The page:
What is the most difficult pose in Yoga?

Sirsasana (headstand)? Bakasana (crow pose)? Mayurasana (peacock pose)? Or jumping though & back? Surprisingly it is savasana! I can imagine your reaction when you read the answer here just like myself. How can SAVASANA be the hardest yoga pose? Before I attended to this YTC, I never bothered to do this pose especially in the classes during the lunch time. I would prefer rushing out ASAP to take a quick shower while the others were just lying down there to REST. Because I have more important things to do back in my office.
But now it is close to the end of our YTC, I realize this simple-sounding pose is not as easy as I thought to master. Savasana might look like a nap at the end of your yoga practice. But it’s actually a fully conscious pose aimed at being awake, yet completely relaxed. By the time you’ve completed asanas, or postures, your body and mind should be tired enough to be able to relax sufficiently for Savasana. Even if your body is ready to the relaxation, the most challenging part is your mind which will try to resist this deep relaxation, some thoughts will pop up during Savasana like how long will we be here? Do we smell sweat? My to-do list before I go home today, etc. As taught by Master Wei Ling, arm strength can be obtained via short term practice but flexibility and hip opener need longer time. Same for Savasana, it takes practice and patience to conscious surrender easily.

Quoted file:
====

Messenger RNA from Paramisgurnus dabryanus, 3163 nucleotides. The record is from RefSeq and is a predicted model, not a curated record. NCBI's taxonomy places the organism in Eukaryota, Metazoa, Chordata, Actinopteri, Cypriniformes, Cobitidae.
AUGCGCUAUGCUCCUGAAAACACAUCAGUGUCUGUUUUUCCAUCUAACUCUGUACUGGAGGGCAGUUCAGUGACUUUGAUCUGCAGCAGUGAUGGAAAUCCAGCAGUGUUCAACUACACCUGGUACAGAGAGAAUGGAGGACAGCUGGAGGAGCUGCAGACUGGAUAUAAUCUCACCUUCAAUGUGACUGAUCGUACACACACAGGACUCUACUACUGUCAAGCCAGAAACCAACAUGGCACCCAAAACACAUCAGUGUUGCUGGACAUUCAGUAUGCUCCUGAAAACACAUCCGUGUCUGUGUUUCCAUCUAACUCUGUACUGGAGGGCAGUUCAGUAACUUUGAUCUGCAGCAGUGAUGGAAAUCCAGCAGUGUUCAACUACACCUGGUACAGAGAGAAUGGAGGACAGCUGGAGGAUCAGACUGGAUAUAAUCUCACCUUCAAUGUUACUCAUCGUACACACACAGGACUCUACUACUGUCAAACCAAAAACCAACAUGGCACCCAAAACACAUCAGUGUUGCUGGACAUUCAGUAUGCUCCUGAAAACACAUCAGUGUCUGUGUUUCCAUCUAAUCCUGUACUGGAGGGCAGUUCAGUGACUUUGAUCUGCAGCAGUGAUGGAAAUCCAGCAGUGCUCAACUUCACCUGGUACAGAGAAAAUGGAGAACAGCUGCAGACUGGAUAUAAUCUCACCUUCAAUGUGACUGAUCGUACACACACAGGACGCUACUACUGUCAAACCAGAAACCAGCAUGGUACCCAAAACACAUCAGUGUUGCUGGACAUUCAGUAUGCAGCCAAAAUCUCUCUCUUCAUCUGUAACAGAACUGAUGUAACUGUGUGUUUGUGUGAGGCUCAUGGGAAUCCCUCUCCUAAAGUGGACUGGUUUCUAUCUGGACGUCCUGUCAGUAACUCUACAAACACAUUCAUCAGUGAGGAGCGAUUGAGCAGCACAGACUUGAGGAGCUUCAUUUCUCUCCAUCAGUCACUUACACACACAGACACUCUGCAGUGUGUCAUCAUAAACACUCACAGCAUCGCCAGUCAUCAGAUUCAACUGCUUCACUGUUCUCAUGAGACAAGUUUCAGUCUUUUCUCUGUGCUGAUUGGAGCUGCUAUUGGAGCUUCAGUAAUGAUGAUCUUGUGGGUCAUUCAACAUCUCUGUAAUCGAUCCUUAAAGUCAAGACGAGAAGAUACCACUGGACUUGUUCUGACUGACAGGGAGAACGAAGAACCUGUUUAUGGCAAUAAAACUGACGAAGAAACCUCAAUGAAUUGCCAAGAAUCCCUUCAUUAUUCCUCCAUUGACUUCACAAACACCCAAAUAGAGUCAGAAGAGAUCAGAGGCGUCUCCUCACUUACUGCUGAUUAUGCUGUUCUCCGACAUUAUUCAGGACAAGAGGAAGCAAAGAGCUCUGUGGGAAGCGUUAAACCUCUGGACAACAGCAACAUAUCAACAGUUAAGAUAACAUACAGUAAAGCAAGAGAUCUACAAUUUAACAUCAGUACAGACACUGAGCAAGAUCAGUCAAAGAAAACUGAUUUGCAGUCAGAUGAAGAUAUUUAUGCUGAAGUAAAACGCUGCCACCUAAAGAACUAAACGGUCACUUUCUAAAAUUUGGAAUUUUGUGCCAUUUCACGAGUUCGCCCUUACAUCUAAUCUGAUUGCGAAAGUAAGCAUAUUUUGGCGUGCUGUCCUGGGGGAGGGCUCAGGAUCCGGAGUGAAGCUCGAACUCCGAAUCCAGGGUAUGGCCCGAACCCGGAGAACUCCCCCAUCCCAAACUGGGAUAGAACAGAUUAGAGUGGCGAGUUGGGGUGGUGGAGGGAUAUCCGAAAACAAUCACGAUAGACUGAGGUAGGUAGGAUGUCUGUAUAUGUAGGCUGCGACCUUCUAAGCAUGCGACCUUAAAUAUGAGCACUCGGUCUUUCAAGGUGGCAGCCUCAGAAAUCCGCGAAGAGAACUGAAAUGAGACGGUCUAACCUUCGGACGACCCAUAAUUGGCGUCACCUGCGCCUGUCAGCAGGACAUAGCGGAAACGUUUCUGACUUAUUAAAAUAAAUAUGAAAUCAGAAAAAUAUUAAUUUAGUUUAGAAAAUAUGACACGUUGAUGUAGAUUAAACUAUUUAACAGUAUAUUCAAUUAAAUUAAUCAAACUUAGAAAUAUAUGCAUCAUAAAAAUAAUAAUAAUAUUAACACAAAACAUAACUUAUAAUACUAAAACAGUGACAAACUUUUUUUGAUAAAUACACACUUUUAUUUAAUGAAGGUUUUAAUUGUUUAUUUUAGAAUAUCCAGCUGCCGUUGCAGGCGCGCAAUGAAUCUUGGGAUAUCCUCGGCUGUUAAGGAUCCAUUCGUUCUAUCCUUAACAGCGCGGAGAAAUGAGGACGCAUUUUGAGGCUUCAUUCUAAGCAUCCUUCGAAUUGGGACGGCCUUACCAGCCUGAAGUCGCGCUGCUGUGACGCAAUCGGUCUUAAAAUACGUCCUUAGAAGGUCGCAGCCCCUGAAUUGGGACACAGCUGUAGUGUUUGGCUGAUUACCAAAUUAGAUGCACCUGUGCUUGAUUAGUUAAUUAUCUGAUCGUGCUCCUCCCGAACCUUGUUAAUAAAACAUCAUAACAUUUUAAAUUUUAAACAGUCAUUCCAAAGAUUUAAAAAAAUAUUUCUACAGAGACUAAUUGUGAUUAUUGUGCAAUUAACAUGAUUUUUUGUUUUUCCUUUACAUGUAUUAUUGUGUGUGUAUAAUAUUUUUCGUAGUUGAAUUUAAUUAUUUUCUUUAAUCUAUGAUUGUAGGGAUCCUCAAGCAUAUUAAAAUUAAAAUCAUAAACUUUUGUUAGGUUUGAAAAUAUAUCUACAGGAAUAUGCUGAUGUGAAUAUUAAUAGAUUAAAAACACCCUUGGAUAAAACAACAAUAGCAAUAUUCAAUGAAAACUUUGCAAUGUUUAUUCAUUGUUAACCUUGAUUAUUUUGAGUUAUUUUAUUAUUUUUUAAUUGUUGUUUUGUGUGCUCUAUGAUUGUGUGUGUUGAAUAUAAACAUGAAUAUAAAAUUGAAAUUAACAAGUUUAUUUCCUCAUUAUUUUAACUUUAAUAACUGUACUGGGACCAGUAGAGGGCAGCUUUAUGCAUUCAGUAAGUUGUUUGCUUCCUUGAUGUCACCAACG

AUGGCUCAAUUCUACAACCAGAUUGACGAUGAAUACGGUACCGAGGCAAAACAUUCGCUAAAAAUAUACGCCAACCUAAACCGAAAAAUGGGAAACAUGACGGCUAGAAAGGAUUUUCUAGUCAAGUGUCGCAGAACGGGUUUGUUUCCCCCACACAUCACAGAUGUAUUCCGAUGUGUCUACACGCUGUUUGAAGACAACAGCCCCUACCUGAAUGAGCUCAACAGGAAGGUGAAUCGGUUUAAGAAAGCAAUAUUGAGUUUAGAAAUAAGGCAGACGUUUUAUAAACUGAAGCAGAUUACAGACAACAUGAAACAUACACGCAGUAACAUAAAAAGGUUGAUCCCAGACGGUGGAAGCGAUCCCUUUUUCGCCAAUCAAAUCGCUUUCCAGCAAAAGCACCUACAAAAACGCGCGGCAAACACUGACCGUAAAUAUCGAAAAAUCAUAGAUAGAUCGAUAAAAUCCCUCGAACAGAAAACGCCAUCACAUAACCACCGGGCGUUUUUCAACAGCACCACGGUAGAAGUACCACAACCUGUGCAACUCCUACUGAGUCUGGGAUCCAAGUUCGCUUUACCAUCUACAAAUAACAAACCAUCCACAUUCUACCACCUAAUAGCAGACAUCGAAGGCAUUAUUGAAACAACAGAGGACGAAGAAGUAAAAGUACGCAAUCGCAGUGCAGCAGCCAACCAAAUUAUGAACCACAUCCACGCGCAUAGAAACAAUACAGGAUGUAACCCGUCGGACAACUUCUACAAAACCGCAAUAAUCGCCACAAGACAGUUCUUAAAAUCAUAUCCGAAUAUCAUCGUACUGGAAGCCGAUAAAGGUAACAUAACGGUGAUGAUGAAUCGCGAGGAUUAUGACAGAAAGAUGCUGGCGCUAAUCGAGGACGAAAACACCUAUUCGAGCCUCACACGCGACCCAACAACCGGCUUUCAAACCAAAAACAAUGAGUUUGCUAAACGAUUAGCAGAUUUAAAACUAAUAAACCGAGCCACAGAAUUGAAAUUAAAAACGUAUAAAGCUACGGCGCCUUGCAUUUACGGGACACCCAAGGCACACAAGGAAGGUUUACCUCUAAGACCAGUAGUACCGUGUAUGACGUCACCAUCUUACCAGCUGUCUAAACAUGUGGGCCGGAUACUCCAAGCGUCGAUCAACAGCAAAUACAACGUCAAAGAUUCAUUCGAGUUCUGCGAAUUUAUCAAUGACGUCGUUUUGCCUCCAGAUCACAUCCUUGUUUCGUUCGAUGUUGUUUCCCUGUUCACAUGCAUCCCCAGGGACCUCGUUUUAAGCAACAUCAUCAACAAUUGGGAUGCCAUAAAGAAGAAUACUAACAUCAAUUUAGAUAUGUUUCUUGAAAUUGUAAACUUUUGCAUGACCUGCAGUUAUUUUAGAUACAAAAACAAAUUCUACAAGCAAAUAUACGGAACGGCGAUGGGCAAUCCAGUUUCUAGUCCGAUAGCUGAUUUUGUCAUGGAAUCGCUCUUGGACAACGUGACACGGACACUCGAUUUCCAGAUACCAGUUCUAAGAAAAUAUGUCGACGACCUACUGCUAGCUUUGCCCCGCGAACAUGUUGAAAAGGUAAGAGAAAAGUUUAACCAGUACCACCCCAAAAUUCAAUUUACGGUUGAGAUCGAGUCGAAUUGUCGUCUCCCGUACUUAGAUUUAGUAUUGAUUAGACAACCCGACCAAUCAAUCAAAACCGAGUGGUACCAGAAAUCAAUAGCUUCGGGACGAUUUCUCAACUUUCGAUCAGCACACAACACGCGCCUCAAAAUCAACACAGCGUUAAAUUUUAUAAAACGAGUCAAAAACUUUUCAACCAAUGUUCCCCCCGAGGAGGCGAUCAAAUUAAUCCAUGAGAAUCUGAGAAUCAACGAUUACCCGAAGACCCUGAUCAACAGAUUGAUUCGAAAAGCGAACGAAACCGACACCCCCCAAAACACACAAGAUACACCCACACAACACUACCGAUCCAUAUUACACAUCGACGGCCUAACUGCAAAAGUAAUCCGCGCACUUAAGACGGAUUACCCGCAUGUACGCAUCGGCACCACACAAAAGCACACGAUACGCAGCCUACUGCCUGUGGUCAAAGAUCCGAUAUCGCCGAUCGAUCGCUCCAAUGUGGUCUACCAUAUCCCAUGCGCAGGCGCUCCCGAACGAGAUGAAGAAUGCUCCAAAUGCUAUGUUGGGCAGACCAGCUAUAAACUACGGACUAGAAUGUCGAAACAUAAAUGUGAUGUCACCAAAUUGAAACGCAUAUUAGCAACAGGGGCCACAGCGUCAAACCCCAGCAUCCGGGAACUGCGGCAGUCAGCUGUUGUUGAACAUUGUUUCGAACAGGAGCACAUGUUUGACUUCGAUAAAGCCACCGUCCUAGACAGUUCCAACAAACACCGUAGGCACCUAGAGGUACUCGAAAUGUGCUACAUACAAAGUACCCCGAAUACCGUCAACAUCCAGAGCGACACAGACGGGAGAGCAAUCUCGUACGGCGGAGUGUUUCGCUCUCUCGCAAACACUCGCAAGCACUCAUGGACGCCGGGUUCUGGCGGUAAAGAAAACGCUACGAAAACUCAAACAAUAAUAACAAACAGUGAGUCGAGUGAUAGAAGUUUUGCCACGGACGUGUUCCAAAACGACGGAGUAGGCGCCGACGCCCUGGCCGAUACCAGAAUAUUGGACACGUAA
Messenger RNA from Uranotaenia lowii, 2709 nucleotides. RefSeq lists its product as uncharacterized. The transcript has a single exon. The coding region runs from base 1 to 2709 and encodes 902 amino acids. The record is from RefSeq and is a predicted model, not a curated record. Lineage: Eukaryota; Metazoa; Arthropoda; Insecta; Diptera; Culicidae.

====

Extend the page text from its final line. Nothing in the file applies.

With the world moving in such a fast pace, cultivating the art of Savasana is more valuable than ever. Our society tends to place greater value on speed and productivity. Learning how to do nothing is a skill that can help you become more productive when you need to be.
In order to integrate the benefits of yoga practicing, a revolution to myself is never to skip Savasana.
P.S. if you are confused about Savasana and today’s yoga nidra like me, I have below answer which hopefully is useful to you:
Savasana is an asana, a posture. Yoga nidra is a state of consciousness, in between sleep and awakeness. It is complete relaxation of the body, while the mind stays awake. Proper use of Savasana may allow one to experience yoga nidra, but the two are independent concepts. Savasana is not required for yoga nidra, and practice of Savasana does not imply that one will experience yoga nidra.
Jessica Jiang Junxia, 200hr YTC 2017 (weekend)

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